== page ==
Paul Cook is the curator of RHS Harlow Carr, the horticultural charity’s most northerly showcase garden. He manages a team of 18 garden staff, 4 students and 4 apprentices, plus many RHS volunteers.
How long have you been at Harlow Carr and how did you come to be there? I’ve been here five years. I did my training at Arley Hall in Cheshire and Kew Gardens, went back to Arley as Head Gardener for 10 years and then to Ness Botanic Gardens, near Liverpool. Then I met someone at the Chelsea Flower Show who told me there was a job going at Harlow Carr to develop the woodland.
When was the Winter Walk first created? It was created just over 10 years ago to bring a concentrated burst of colour and interest to the garden. It also shows how the garden doesn’t need to be ‘put away’ for winter and that it can be a stimulating landscape of colour and scent.
Does it take much looking after? It’s a great end-of-winter task to prune the dogwoods and willows and we get everyone involved. We have a staggered prune to leave some colour and structure, so some stems are left for two years rather than having an annual cull.
What can readers with smaller gardens do to recreate it in their own garden? I’d suggest they try layering their planting – using perhaps a colourful-stemmed dogwood underplanted with bergenia and early-flowering bulbs, such as snowdrops, to extend the season of interest.
How is the Winter Walk evolving? The range of plants has extended and we are constantly trying new varieties and plant combinations. Rather than looking to make a specialist snowdrop collection, we’ve added to the snowdrops with a mix of really good garden varieties, such as ‘Magnet’ and ‘S. Arnott’. Both have the RHS Award of Garden Merit, so they’re proven to be robust and reliable.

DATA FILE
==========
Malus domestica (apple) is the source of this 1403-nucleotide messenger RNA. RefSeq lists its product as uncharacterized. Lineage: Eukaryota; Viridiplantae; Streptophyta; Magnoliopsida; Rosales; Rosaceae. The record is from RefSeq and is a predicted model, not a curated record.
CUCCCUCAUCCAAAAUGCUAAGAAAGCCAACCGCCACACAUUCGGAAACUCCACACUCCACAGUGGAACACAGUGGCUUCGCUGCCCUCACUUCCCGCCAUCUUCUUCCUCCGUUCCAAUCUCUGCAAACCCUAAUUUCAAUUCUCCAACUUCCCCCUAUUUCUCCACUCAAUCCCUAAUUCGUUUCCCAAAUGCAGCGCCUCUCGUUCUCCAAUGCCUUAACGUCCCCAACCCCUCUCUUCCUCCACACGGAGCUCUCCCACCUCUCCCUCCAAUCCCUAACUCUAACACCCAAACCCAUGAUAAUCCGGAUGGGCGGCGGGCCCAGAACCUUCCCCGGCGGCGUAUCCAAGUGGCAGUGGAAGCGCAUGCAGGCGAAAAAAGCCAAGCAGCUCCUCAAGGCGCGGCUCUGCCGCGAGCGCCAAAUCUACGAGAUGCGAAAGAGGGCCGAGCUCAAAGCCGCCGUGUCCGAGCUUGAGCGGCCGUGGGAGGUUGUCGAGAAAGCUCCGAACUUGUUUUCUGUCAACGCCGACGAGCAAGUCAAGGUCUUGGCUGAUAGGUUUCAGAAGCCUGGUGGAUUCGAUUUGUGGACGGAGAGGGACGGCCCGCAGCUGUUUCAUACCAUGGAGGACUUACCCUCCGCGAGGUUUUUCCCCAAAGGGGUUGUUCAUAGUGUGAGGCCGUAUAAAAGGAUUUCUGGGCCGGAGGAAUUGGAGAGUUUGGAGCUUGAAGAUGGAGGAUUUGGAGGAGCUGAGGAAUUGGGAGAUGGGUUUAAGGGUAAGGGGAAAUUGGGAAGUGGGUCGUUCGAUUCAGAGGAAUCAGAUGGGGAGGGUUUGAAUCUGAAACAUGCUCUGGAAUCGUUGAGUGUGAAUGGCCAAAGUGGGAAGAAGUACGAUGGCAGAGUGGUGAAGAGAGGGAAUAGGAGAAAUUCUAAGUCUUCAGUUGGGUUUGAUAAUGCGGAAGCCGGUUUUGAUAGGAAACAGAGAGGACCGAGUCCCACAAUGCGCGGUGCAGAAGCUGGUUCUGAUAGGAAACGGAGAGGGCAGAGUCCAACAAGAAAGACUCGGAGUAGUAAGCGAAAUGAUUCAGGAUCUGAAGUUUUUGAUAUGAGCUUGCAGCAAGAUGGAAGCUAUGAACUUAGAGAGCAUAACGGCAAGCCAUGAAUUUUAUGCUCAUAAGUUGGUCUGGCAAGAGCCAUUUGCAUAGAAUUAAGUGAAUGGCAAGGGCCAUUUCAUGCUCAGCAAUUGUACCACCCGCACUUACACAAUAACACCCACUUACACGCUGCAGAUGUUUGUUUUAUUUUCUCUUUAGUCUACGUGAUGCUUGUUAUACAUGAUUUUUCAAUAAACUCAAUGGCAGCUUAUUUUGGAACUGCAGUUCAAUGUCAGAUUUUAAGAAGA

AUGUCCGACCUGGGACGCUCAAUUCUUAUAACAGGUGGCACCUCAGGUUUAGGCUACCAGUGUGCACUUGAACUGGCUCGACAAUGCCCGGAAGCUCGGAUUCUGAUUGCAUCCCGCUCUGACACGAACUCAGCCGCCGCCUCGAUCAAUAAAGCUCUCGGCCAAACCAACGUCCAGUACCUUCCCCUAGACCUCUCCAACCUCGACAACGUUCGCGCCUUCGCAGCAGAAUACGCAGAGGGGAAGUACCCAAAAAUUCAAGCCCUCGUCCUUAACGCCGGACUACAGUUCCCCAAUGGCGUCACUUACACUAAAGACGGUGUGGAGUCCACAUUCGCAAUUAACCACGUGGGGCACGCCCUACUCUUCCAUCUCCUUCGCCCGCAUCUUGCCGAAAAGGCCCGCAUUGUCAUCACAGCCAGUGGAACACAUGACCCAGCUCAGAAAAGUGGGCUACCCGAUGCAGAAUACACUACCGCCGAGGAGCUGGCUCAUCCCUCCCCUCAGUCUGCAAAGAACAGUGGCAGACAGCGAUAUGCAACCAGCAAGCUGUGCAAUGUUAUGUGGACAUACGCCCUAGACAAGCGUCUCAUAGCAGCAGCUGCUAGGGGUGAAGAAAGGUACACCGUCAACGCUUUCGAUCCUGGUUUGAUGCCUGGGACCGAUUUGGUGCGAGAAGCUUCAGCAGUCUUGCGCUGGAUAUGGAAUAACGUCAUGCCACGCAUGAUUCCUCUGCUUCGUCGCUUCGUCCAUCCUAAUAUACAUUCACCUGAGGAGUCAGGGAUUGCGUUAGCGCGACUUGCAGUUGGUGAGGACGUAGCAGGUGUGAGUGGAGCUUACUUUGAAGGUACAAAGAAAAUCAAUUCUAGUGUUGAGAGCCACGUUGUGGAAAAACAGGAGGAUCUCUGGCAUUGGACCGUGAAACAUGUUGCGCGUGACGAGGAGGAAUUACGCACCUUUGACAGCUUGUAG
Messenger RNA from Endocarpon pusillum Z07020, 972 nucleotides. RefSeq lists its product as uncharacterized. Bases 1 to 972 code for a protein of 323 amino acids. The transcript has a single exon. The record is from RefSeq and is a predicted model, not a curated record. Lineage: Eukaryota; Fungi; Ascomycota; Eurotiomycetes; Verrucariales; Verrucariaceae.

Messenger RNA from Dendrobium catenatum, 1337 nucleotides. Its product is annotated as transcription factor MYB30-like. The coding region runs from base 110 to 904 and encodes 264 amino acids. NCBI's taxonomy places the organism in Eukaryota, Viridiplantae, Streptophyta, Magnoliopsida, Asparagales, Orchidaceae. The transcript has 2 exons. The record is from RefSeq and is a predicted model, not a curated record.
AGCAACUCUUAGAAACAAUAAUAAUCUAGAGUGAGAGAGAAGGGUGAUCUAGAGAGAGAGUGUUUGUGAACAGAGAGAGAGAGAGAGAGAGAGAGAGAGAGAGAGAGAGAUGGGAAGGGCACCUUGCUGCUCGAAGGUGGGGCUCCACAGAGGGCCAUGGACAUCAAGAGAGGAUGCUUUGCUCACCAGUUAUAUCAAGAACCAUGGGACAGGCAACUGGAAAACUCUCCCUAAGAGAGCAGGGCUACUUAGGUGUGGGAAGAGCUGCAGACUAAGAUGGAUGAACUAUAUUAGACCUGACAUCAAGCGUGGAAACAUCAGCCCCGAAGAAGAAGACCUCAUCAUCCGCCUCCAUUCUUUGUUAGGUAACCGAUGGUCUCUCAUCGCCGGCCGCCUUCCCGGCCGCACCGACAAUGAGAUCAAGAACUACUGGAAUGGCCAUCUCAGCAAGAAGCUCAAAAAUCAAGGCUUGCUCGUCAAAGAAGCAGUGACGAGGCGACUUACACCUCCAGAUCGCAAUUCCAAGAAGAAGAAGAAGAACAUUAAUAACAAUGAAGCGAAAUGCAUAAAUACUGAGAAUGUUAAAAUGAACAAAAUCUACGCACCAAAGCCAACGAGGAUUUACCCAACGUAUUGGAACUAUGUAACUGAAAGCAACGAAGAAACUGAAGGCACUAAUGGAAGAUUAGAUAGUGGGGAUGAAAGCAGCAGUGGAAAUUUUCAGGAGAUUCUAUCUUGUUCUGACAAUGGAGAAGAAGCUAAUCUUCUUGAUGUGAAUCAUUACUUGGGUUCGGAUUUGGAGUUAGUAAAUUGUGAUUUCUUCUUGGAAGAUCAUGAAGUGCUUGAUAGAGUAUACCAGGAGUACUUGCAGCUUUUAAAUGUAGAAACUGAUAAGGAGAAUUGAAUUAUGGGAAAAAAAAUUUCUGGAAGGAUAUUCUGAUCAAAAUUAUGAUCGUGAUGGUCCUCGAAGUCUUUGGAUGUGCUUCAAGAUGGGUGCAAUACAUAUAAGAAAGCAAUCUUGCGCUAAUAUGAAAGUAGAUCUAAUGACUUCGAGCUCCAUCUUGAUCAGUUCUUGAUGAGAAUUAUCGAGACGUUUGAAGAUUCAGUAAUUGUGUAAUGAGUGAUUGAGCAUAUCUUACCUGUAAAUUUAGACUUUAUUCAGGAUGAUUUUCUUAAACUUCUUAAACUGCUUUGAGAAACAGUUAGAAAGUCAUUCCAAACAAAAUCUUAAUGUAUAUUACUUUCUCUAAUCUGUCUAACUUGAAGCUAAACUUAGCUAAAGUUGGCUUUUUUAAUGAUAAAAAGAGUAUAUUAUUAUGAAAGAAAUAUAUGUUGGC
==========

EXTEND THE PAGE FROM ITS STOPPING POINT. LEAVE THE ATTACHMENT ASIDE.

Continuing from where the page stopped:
We’ve also tried a range of the Iris reticulata hybrids including ‘Katherine Hodgkin’, ‘George’ and ‘Harmony’, and we’re hoping they reappear, but some can be tricky and don’t flower in their second year. We also have a vole population and they seem to find the flowers very tasty, which is something we didn’t plan for!
Several years ago we also added to the daphne collection with new cultivars like ‘Peter Smithers’ and ‘Darjeeling’.
How do you manage with a heavy clay soil? We’re on really sticky marlite clay and have sulphurous wells – which made Harrogate a popular Victorian spa town! – that pop up around the garden. We have to do a lot of groundwork before planting, so we dig out some of the clay, add grit and lots of compost. We’ve also found that the topsoil just washes away so adding lots of compost is crucial. We’re also in the process of reinstating the ditches in the woodland to help with draining the site.
Any special plans for this winter? We have about 30 acres of woodland here and five years ago we set about clearing sections to give us opportunities to add more winter colour in this area. We’ve already planted lots of bulbs, but the plan is to add lots of winter-flowering shrubs to create a fragrant winter walk through the woodland. Some shrubs have gone in already, but we’ve got another big planting session this winter, when we hope to add another 1000 plants.
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